Who is the master and who is the slave – the myth of stress


People often come to me to help them get rid of the stress. They are prepared to invest significant amount of money to „kill that devil“ in a shortest time possible.

Usually, they end up being surprised after I tell them that stress is something they cannot get rid of, no matter how much they want it.

If we peek into literature for an advice, legendary John Faustus got two options from Mephistopheles to manage stress:

  1. Abandon his ambitions and live out his allotted years in a serene and unchallenging routine
  2. Sell his soul, pursue his ambitions, but die in seven years

James E. Loehr in his book „Mentally Tough“suggests us that the modern stress version of this infernal dilemma goes another way:

  1. Avoid all potential sources of stress – that is all challenges and changes – and you can be healthy and if fortunate, long-lived
  2. Confront a life full of change and challenge. Such a life will almost certainly be short, brutish, and nasty though, because all that stress will pay its toll on both mind and body.

On the surface, it could sound reasonable, but the truth is we cannot avoid some sources of stress as the death or serious illness of a family member, loss of employment, close friend abandoning us, etc.

We have to accept that stress is our long term partner who we cannot divorce, but we hold a key to stay happily married ever after.

Faustus dilemma comes from a traditional view, where stress is something that results from external events, but the emerging truth tells us different story.  Whether an external event is stressful or not is not determined by the event itself, but by our emotional response to event. And we don’t need to kill ourselves to get rid of the stress, or let Mephistopheles do that for us.  Instead of it, we can pursue our dreams and at the same time learn to manage stress better. So, there is a hope.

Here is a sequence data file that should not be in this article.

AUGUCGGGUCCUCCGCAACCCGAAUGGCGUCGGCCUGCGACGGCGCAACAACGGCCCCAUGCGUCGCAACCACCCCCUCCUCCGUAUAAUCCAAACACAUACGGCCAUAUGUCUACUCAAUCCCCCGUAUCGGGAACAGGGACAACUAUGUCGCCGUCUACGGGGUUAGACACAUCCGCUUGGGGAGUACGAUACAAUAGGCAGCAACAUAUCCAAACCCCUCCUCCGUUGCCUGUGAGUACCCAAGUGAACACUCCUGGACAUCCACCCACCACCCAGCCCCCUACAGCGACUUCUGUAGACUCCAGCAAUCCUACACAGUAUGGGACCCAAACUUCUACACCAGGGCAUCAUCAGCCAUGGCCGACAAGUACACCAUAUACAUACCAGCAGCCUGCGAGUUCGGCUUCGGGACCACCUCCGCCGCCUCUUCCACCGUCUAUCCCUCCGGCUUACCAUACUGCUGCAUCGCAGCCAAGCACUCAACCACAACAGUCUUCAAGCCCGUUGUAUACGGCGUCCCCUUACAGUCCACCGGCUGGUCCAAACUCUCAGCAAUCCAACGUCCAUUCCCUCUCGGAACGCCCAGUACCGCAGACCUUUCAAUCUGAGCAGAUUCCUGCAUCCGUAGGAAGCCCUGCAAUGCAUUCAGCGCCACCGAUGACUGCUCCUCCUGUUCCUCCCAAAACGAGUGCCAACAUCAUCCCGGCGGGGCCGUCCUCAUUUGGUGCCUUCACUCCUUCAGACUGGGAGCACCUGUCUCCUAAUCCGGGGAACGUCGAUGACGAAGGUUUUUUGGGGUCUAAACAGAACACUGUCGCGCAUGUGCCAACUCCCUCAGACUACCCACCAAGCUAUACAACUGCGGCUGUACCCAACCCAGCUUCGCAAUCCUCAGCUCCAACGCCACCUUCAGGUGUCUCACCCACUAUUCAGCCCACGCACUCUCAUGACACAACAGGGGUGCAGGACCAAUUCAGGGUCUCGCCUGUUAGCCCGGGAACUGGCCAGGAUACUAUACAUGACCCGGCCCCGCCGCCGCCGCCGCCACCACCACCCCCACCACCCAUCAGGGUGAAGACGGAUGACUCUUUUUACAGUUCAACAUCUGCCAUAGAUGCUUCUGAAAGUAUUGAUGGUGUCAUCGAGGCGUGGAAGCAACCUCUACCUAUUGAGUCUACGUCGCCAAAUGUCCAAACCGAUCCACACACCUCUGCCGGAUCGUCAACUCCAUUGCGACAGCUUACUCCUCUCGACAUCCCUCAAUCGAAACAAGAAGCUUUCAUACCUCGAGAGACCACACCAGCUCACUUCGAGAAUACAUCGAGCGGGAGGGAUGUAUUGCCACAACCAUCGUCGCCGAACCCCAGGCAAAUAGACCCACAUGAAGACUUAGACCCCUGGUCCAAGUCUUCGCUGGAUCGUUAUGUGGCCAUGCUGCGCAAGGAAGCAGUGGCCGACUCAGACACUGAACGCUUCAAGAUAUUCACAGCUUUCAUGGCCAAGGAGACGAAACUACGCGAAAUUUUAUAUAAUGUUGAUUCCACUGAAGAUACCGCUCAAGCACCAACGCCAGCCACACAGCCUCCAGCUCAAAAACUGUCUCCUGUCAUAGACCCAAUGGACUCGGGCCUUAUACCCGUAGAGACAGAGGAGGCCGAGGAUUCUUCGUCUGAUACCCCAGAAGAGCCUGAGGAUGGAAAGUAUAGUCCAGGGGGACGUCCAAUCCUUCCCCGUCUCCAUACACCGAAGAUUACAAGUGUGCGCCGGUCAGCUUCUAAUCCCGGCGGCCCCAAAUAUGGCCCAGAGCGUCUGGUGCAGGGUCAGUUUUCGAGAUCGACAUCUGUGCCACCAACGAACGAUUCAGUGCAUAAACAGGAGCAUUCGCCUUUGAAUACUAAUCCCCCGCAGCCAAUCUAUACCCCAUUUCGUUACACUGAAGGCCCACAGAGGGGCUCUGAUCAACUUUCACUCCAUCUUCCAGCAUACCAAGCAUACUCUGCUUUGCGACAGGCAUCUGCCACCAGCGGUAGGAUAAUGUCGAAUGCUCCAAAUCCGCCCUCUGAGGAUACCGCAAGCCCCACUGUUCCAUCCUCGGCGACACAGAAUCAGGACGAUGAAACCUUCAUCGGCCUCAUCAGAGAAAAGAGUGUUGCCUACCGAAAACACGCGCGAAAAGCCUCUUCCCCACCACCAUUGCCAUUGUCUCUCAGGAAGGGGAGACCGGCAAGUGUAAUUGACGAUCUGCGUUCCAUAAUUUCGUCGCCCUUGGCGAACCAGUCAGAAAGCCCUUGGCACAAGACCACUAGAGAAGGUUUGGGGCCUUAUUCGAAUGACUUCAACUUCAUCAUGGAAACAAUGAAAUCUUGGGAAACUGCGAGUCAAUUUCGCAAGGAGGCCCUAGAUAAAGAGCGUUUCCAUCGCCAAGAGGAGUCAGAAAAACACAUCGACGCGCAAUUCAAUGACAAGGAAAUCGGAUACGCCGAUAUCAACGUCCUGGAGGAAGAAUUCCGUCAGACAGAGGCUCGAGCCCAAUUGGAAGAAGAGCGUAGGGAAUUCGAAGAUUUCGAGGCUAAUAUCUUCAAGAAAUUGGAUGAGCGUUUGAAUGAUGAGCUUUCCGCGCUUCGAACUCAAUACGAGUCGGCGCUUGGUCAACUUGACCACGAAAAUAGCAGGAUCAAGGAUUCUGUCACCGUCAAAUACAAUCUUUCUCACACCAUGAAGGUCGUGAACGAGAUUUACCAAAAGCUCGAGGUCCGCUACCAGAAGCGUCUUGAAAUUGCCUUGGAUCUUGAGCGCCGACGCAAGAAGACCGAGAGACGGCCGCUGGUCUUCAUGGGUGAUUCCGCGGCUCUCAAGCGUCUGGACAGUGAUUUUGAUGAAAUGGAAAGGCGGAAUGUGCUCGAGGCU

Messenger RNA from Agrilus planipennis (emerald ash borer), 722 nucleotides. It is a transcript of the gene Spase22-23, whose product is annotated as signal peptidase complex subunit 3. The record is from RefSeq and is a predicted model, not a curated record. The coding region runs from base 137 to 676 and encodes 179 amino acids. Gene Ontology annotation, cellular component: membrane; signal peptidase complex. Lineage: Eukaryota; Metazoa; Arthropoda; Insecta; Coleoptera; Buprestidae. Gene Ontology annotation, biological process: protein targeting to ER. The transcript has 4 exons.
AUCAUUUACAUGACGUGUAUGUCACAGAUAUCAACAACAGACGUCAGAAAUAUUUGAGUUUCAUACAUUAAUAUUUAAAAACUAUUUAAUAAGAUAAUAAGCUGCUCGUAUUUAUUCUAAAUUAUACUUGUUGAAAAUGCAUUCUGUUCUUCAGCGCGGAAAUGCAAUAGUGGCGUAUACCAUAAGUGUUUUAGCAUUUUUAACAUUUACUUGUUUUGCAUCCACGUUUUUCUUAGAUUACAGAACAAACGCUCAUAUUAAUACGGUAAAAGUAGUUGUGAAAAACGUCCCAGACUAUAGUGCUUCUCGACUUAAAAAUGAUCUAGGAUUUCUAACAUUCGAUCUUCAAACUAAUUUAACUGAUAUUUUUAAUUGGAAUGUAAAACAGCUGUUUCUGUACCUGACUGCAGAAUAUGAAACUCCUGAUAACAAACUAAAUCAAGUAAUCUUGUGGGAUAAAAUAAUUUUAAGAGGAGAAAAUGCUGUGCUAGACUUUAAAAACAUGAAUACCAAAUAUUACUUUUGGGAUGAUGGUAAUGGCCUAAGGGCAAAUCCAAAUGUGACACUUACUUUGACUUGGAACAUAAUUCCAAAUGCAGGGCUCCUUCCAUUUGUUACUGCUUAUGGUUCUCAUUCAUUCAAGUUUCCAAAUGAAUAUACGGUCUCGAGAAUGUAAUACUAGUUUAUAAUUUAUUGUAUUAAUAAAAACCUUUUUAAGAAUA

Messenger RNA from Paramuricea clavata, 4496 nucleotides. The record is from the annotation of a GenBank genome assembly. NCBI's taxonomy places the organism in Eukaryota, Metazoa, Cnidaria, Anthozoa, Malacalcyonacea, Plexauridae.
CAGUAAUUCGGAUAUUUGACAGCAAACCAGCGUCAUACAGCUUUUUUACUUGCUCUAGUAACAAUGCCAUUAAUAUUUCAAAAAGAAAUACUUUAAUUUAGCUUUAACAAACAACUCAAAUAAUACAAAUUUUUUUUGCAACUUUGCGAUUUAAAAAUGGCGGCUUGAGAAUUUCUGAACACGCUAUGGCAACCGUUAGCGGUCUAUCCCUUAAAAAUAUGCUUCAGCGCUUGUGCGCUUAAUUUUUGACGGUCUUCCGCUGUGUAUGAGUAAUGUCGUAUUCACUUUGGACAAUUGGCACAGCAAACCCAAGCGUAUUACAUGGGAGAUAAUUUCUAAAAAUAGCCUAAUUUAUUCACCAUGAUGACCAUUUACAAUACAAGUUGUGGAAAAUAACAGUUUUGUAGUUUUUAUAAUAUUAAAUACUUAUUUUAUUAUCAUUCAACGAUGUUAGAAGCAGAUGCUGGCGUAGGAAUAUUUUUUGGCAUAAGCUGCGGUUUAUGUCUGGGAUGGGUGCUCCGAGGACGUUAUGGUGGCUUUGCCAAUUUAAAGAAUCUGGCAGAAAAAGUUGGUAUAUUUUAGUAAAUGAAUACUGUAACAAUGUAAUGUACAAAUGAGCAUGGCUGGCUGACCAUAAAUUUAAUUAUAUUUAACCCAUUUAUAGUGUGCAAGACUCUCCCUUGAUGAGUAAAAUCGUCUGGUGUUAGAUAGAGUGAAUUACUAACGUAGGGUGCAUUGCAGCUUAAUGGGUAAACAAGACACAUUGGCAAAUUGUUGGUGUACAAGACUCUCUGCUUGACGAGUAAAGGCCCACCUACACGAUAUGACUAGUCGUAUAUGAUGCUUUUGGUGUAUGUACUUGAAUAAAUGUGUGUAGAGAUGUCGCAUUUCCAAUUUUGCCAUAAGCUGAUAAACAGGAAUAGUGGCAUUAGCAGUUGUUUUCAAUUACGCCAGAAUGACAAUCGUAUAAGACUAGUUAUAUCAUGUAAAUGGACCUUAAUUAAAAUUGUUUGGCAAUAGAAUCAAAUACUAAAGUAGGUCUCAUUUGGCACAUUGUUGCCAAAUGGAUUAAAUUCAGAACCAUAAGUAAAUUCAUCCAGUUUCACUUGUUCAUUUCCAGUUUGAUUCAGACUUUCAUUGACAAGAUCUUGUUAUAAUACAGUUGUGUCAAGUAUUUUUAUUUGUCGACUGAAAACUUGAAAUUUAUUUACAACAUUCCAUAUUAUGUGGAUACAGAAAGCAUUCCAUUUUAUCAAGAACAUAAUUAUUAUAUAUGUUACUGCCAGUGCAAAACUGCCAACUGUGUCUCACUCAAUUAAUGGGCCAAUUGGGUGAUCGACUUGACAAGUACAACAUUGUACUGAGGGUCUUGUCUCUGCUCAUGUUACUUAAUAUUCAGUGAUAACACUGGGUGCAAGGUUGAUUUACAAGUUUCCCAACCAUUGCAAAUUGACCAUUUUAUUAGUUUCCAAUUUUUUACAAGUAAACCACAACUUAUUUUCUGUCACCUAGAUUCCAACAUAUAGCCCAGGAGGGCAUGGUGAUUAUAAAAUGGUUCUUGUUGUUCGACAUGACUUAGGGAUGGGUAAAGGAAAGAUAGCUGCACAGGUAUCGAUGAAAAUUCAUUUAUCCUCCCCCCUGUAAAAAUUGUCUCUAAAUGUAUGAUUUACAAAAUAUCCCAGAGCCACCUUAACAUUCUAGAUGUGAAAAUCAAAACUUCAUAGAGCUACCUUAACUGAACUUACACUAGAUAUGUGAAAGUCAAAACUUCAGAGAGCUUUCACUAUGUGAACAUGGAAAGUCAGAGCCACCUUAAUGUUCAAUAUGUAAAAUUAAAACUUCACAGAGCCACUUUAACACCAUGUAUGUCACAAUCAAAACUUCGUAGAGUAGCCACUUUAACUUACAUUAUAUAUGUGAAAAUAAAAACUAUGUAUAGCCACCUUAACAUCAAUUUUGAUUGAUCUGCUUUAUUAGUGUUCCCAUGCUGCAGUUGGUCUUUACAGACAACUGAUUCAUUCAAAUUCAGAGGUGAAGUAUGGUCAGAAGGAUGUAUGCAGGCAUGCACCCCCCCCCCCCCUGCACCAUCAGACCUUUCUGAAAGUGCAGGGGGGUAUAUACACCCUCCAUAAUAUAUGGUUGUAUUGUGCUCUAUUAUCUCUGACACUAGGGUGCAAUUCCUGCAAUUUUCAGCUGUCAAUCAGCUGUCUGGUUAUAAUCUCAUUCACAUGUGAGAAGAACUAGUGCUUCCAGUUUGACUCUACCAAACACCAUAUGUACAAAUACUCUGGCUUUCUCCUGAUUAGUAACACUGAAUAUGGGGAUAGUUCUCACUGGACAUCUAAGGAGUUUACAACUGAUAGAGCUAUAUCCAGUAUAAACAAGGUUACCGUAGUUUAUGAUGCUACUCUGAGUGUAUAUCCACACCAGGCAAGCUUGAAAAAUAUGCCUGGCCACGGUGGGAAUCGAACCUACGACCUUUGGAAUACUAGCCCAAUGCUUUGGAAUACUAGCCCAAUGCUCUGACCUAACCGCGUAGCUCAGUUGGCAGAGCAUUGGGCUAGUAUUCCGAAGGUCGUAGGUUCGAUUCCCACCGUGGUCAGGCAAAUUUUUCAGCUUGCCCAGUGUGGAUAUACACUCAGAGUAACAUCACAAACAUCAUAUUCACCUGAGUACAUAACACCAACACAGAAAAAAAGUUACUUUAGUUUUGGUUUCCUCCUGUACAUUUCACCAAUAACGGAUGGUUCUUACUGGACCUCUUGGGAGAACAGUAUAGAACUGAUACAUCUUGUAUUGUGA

The most appeling question that arises on a horizon is how can we do it and where lies the Holy Grail (the final solution).  And the answer is: „ It lies in the process of knowing ourselves better and raising awareness of our successful and less successful coping mechanisms.  It is a life-long learning process with no guaranteed outcome.

Anyway, here in this article, I would like to put an emphasis on the first step of the journey. And it should be awareness. We have to become aware that as Victor Frankl suggest us „Between stimulus and response there is a space. In that space is our power to choose our response. In our response lies our growth and our freedom“.

We cannot choose what life will bring us, but we can wisely choose to accept the things we cannot change, to change things we can and to learn step by step how to know the difference.

When it comes to stress events I suggest you to ask yourself following questions:

  1. „What facets of this situation or adversity can I potentially influence? As opposed to those you may consider beyond your control. Becoming utterly obsessed with what you can influence opens worlds of possibilities and that means investing energy in engagement and not in worrying.
  2. „How can I get through this as quickly as possible?
  3. What can I do to minimize or contain the downside of this situation?
  4. What can I do to optimize the potential upside this situation?
  5. What will I do and when? Answer to that question is in most cases when you least feel like stepping up. But, if you do it, it will give you so wanted traction and control.

In the end we must admit that we all have our demons, stresses and fears that influence our life and nobody can blame us – it is a part of being human, but also each day after opening our eyes, unlike Faustus, we can decide (as Madonna suggest us)”who is the master and who is the slave”.